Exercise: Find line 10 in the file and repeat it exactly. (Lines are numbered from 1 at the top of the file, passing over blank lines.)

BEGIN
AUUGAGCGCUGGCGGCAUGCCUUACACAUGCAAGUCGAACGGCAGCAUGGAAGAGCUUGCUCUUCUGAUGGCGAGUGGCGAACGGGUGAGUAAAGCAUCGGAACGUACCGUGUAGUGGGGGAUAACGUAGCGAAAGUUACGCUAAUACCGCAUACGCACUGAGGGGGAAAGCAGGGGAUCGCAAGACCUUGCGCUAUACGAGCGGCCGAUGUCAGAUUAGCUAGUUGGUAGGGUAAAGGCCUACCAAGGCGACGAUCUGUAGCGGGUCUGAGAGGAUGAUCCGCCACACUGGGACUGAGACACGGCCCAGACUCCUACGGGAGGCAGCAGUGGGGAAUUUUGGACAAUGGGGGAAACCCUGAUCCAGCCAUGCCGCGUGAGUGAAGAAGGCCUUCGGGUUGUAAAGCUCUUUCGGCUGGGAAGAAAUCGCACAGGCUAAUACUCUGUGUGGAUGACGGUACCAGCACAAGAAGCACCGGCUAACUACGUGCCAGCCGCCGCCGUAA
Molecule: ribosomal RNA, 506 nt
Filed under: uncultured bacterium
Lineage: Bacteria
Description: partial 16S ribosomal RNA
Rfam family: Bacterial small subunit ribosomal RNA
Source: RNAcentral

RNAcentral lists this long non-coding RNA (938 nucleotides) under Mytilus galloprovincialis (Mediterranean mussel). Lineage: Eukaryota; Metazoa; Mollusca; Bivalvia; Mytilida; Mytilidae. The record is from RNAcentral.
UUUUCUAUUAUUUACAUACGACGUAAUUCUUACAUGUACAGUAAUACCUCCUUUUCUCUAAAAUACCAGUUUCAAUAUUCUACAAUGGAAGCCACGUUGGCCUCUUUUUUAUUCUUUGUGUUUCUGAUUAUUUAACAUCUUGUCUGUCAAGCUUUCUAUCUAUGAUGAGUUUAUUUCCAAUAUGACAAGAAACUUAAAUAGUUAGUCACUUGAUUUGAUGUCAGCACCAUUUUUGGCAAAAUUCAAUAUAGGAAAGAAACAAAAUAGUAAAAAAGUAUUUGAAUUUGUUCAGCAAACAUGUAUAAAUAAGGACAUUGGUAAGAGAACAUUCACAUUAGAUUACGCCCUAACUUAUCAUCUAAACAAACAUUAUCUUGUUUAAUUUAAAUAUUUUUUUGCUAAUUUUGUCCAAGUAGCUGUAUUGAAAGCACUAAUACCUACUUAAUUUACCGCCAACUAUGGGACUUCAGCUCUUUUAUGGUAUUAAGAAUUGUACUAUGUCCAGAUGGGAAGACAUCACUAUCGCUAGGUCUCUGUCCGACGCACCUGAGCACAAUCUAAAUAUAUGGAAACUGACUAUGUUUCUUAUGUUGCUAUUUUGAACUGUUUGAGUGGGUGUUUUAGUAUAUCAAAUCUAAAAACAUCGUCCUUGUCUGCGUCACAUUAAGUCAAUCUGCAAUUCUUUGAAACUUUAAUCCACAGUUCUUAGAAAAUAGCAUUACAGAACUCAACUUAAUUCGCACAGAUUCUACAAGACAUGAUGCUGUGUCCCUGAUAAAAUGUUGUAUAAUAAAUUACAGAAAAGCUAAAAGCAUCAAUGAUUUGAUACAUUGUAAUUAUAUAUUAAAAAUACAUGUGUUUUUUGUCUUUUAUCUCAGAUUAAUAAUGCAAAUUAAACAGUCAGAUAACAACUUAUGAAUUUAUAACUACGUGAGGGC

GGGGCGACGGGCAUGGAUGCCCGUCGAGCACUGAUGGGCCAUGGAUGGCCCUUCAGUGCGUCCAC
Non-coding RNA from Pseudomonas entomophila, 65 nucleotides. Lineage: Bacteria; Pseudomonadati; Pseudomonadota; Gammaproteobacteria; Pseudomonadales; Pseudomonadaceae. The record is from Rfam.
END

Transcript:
GGGGCGACGGGCAUGGAUGCCCGUCGAGCACUGAUGGGCCAUGGAUGGCCCUUCAGUGCGUCCAC